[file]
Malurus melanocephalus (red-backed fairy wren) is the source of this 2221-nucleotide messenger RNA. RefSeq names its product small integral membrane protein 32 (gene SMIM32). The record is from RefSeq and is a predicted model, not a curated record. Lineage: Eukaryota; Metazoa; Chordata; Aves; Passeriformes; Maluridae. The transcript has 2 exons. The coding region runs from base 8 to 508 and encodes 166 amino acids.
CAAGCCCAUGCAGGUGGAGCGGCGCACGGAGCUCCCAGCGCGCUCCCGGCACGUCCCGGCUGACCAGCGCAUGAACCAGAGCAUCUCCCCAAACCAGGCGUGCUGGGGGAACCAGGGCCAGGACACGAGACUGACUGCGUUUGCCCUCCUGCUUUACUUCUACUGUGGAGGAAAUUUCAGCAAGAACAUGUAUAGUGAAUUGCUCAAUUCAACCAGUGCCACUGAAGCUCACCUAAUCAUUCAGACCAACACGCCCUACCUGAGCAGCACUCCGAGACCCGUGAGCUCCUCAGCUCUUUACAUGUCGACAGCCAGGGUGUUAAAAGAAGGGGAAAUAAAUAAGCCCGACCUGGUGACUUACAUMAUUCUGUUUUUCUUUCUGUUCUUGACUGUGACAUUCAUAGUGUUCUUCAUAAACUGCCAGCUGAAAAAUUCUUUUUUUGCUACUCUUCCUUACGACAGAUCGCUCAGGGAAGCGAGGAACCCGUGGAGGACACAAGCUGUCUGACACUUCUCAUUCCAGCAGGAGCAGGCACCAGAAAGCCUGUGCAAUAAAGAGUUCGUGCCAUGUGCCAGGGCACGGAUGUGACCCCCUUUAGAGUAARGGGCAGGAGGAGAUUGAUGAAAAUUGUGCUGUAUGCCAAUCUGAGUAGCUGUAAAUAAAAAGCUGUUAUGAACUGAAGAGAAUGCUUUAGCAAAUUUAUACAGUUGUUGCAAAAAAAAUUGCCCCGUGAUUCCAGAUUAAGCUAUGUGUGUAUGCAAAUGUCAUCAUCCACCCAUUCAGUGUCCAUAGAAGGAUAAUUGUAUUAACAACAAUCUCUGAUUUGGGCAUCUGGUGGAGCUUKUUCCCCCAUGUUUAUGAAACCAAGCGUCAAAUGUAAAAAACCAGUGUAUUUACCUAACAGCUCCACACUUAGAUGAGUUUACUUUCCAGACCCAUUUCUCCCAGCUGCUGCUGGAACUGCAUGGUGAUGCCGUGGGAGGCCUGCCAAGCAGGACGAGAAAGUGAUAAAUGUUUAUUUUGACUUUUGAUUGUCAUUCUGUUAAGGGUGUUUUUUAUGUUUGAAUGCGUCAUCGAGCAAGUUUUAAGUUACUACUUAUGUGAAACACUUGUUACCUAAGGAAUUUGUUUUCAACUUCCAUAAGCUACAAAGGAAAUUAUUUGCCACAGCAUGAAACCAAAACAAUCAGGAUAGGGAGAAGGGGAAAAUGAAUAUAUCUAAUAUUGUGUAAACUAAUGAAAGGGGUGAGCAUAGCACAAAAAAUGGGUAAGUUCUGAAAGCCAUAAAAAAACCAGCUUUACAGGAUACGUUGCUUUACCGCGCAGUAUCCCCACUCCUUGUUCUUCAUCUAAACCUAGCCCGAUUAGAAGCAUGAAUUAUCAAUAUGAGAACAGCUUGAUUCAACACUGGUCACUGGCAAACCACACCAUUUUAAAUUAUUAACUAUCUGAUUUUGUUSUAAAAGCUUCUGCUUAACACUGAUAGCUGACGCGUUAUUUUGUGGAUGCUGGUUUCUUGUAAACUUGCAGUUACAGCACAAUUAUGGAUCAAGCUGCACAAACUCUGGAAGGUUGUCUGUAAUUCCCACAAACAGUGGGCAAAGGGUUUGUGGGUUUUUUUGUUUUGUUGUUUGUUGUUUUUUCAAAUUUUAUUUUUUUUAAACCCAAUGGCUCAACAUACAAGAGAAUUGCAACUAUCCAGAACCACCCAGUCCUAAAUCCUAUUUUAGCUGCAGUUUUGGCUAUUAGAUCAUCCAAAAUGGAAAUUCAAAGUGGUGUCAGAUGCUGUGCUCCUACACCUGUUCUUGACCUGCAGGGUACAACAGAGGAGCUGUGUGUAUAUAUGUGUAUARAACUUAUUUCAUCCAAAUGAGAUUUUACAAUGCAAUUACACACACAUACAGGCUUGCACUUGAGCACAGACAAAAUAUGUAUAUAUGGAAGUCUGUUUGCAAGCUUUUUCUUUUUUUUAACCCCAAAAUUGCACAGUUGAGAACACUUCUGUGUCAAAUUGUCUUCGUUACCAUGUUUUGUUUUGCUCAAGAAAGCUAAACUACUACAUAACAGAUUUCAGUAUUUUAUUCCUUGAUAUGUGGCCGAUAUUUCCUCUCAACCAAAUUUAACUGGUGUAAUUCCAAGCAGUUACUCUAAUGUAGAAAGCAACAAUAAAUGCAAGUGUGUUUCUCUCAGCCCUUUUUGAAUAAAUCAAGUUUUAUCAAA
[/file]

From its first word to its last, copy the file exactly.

Malurus melanocephalus (red-backed fairy wren) is the source of this 2221-nucleotide messenger RNA. RefSeq names its product small integral membrane protein 32 (gene SMIM32). The record is from RefSeq and is a predicted model, not a curated record. Lineage: Eukaryota; Metazoa; Chordata; Aves; Passeriformes; Maluridae. The transcript has 2 exons. The coding region runs from base 8 to 508 and encodes 166 amino acids.
CAAGCCCAUGCAGGUGGAGCGGCGCACGGAGCUCCCAGCGCGCUCCCGGCACGUCCCGGCUGACCAGCGCAUGAACCAGAGCAUCUCCCCAAACCAGGCGUGCUGGGGGAACCAGGGCCAGGACACGAGACUGACUGCGUUUGCCCUCCUGCUUUACUUCUACUGUGGAGGAAAUUUCAGCAAGAACAUGUAUAGUGAAUUGCUCAAUUCAACCAGUGCCACUGAAGCUCACCUAAUCAUUCAGACCAACACGCCCUACCUGAGCAGCACUCCGAGACCCGUGAGCUCCUCAGCUCUUUACAUGUCGACAGCCAGGGUGUUAAAAGAAGGGGAAAUAAAUAAGCCCGACCUGGUGACUUACAUMAUUCUGUUUUUCUUUCUGUUCUUGACUGUGACAUUCAUAGUGUUCUUCAUAAACUGCCAGCUGAAAAAUUCUUUUUUUGCUACUCUUCCUUACGACAGAUCGCUCAGGGAAGCGAGGAACCCGUGGAGGACACAAGCUGUCUGACACUUCUCAUUCCAGCAGGAGCAGGCACCAGAAAGCCUGUGCAAUAAAGAGUUCGUGCCAUGUGCCAGGGCACGGAUGUGACCCCCUUUAGAGUAARGGGCAGGAGGAGAUUGAUGAAAAUUGUGCUGUAUGCCAAUCUGAGUAGCUGUAAAUAAAAAGCUGUUAUGAACUGAAGAGAAUGCUUUAGCAAAUUUAUACAGUUGUUGCAAAAAAAAUUGCCCCGUGAUUCCAGAUUAAGCUAUGUGUGUAUGCAAAUGUCAUCAUCCACCCAUUCAGUGUCCAUAGAAGGAUAAUUGUAUUAACAACAAUCUCUGAUUUGGGCAUCUGGUGGAGCUUKUUCCCCCAUGUUUAUGAAACCAAGCGUCAAAUGUAAAAAACCAGUGUAUUUACCUAACAGCUCCACACUUAGAUGAGUUUACUUUCCAGACCCAUUUCUCCCAGCUGCUGCUGGAACUGCAUGGUGAUGCCGUGGGAGGCCUGCCAAGCAGGACGAGAAAGUGAUAAAUGUUUAUUUUGACUUUUGAUUGUCAUUCUGUUAAGGGUGUUUUUUAUGUUUGAAUGCGUCAUCGAGCAAGUUUUAAGUUACUACUUAUGUGAAACACUUGUUACCUAAGGAAUUUGUUUUCAACUUCCAUAAGCUACAAAGGAAAUUAUUUGCCACAGCAUGAAACCAAAACAAUCAGGAUAGGGAGAAGGGGAAAAUGAAUAUAUCUAAUAUUGUGUAAACUAAUGAAAGGGGUGAGCAUAGCACAAAAAAUGGGUAAGUUCUGAAAGCCAUAAAAAAACCAGCUUUACAGGAUACGUUGCUUUACCGCGCAGUAUCCCCACUCCUUGUUCUUCAUCUAAACCUAGCCCGAUUAGAAGCAUGAAUUAUCAAUAUGAGAACAGCUUGAUUCAACACUGGUCACUGGCAAACCACACCAUUUUAAAUUAUUAACUAUCUGAUUUUGUUSUAAAAGCUUCUGCUUAACACUGAUAGCUGACGCGUUAUUUUGUGGAUGCUGGUUUCUUGUAAACUUGCAGUUACAGCACAAUUAUGGAUCAAGCUGCACAAACUCUGGAAGGUUGUCUGUAAUUCCCACAAACAGUGGGCAAAGGGUUUGUGGGUUUUUUUGUUUUGUUGUUUGUUGUUUUUUCAAAUUUUAUUUUUUUUAAACCCAAUGGCUCAACAUACAAGAGAAUUGCAACUAUCCAGAACCACCCAGUCCUAAAUCCUAUUUUAGCUGCAGUUUUGGCUAUUAGAUCAUCCAAAAUGGAAAUUCAAAGUGGUGUCAGAUGCUGUGCUCCUACACCUGUUCUUGACCUGCAGGGUACAACAGAGGAGCUGUGUGUAUAUAUGUGUAUARAACUUAUUUCAUCCAAAUGAGAUUUUACAAUGCAAUUACACACACAUACAGGCUUGCACUUGAGCACAGACAAAAUAUGUAUAUAUGGAAGUCUGUUUGCAAGCUUUUUCUUUUUUUUAACCCCAAAAUUGCACAGUUGAGAACACUUCUGUGUCAAAUUGUCUUCGUUACCAUGUUUUGUUUUGCUCAAGAAAGCUAAACUACUACAUAACAGAUUUCAGUAUUUUAUUCCUUGAUAUGUGGCCGAUAUUUCCUCUCAACCAAAUUUAACUGGUGUAAUUCCAAGCAGUUACUCUAAUGUAGAAAGCAACAAUAAAUGCAAGUGUGUUUCUCUCAGCCCUUUUUGAAUAAAUCAAGUUUUAUCAAA